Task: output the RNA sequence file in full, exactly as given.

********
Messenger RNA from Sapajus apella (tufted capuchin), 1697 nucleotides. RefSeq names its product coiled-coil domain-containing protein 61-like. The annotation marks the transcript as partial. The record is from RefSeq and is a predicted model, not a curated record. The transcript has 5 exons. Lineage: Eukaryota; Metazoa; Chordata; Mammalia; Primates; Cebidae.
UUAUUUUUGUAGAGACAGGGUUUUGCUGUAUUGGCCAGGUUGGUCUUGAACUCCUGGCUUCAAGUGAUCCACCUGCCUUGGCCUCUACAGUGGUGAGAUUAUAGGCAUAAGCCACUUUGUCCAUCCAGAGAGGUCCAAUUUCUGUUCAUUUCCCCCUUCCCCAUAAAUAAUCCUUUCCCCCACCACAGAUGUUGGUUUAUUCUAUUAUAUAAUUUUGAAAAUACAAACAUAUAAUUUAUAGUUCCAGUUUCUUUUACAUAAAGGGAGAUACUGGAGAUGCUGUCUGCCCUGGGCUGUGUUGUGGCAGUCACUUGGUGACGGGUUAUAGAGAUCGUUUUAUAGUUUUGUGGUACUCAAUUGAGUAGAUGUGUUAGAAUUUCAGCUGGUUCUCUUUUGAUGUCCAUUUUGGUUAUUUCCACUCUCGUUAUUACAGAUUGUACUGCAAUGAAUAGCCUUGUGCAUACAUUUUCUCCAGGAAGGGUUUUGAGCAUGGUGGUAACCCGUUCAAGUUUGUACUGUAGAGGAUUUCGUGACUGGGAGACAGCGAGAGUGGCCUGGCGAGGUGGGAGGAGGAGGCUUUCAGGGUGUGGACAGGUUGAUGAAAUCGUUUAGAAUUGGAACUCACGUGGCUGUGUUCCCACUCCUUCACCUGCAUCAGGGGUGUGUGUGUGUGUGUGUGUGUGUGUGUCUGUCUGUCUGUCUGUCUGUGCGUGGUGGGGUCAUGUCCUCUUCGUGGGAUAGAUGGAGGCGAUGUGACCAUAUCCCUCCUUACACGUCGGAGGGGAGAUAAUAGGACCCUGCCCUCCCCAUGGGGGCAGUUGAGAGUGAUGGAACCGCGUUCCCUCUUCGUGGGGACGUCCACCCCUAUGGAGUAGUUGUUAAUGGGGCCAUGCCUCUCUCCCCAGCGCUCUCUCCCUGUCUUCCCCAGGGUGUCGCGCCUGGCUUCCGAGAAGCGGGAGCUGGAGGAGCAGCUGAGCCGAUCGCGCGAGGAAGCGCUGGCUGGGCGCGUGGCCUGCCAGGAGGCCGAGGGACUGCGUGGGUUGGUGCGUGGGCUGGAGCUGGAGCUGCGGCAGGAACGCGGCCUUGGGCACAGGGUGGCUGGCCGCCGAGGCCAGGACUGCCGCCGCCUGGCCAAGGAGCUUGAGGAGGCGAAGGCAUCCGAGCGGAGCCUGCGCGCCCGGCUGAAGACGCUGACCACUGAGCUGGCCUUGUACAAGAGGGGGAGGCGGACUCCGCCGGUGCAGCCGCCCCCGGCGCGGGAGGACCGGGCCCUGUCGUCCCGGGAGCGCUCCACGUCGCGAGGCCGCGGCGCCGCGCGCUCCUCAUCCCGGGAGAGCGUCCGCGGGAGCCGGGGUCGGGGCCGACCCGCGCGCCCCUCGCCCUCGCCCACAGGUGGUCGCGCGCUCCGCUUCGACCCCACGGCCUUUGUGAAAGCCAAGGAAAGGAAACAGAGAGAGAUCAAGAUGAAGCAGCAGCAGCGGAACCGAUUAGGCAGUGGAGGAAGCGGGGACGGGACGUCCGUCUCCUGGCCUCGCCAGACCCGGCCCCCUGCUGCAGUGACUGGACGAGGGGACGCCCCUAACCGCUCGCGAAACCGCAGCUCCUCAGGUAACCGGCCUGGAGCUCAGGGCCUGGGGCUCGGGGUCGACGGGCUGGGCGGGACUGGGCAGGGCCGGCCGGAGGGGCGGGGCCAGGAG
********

Messenger RNA from Sapajus apella (tufted capuchin), 1697 nucleotides. RefSeq names its product coiled-coil domain-containing protein 61-like. The annotation marks the transcript as partial. The record is from RefSeq and is a predicted model, not a curated record. The transcript has 5 exons. Lineage: Eukaryota; Metazoa; Chordata; Mammalia; Primates; Cebidae.
UUAUUUUUGUAGAGACAGGGUUUUGCUGUAUUGGCCAGGUUGGUCUUGAACUCCUGGCUUCAAGUGAUCCACCUGCCUUGGCCUCUACAGUGGUGAGAUUAUAGGCAUAAGCCACUUUGUCCAUCCAGAGAGGUCCAAUUUCUGUUCAUUUCCCCCUUCCCCAUAAAUAAUCCUUUCCCCCACCACAGAUGUUGGUUUAUUCUAUUAUAUAAUUUUGAAAAUACAAACAUAUAAUUUAUAGUUCCAGUUUCUUUUACAUAAAGGGAGAUACUGGAGAUGCUGUCUGCCCUGGGCUGUGUUGUGGCAGUCACUUGGUGACGGGUUAUAGAGAUCGUUUUAUAGUUUUGUGGUACUCAAUUGAGUAGAUGUGUUAGAAUUUCAGCUGGUUCUCUUUUGAUGUCCAUUUUGGUUAUUUCCACUCUCGUUAUUACAGAUUGUACUGCAAUGAAUAGCCUUGUGCAUACAUUUUCUCCAGGAAGGGUUUUGAGCAUGGUGGUAACCCGUUCAAGUUUGUACUGUAGAGGAUUUCGUGACUGGGAGACAGCGAGAGUGGCCUGGCGAGGUGGGAGGAGGAGGCUUUCAGGGUGUGGACAGGUUGAUGAAAUCGUUUAGAAUUGGAACUCACGUGGCUGUGUUCCCACUCCUUCACCUGCAUCAGGGGUGUGUGUGUGUGUGUGUGUGUGUGUGUCUGUCUGUCUGUCUGUCUGUGCGUGGUGGGGUCAUGUCCUCUUCGUGGGAUAGAUGGAGGCGAUGUGACCAUAUCCCUCCUUACACGUCGGAGGGGAGAUAAUAGGACCCUGCCCUCCCCAUGGGGGCAGUUGAGAGUGAUGGAACCGCGUUCCCUCUUCGUGGGGACGUCCACCCCUAUGGAGUAGUUGUUAAUGGGGCCAUGCCUCUCUCCCCAGCGCUCUCUCCCUGUCUUCCCCAGGGUGUCGCGCCUGGCUUCCGAGAAGCGGGAGCUGGAGGAGCAGCUGAGCCGAUCGCGCGAGGAAGCGCUGGCUGGGCGCGUGGCCUGCCAGGAGGCCGAGGGACUGCGUGGGUUGGUGCGUGGGCUGGAGCUGGAGCUGCGGCAGGAACGCGGCCUUGGGCACAGGGUGGCUGGCCGCCGAGGCCAGGACUGCCGCCGCCUGGCCAAGGAGCUUGAGGAGGCGAAGGCAUCCGAGCGGAGCCUGCGCGCCCGGCUGAAGACGCUGACCACUGAGCUGGCCUUGUACAAGAGGGGGAGGCGGACUCCGCCGGUGCAGCCGCCCCCGGCGCGGGAGGACCGGGCCCUGUCGUCCCGGGAGCGCUCCACGUCGCGAGGCCGCGGCGCCGCGCGCUCCUCAUCCCGGGAGAGCGUCCGCGGGAGCCGGGGUCGGGGCCGACCCGCGCGCCCCUCGCCCUCGCCCACAGGUGGUCGCGCGCUCCGCUUCGACCCCACGGCCUUUGUGAAAGCCAAGGAAAGGAAACAGAGAGAGAUCAAGAUGAAGCAGCAGCAGCGGAACCGAUUAGGCAGUGGAGGAAGCGGGGACGGGACGUCCGUCUCCUGGCCUCGCCAGACCCGGCCCCCUGCUGCAGUGACUGGACGAGGGGACGCCCCUAACCGCUCGCGAAACCGCAGCUCCUCAGGUAACCGGCCUGGAGCUCAGGGCCUGGGGCUCGGGGUCGACGGGCUGGGCGGGACUGGGCAGGGCCGGCCGGAGGGGCGGGGCCAGGAG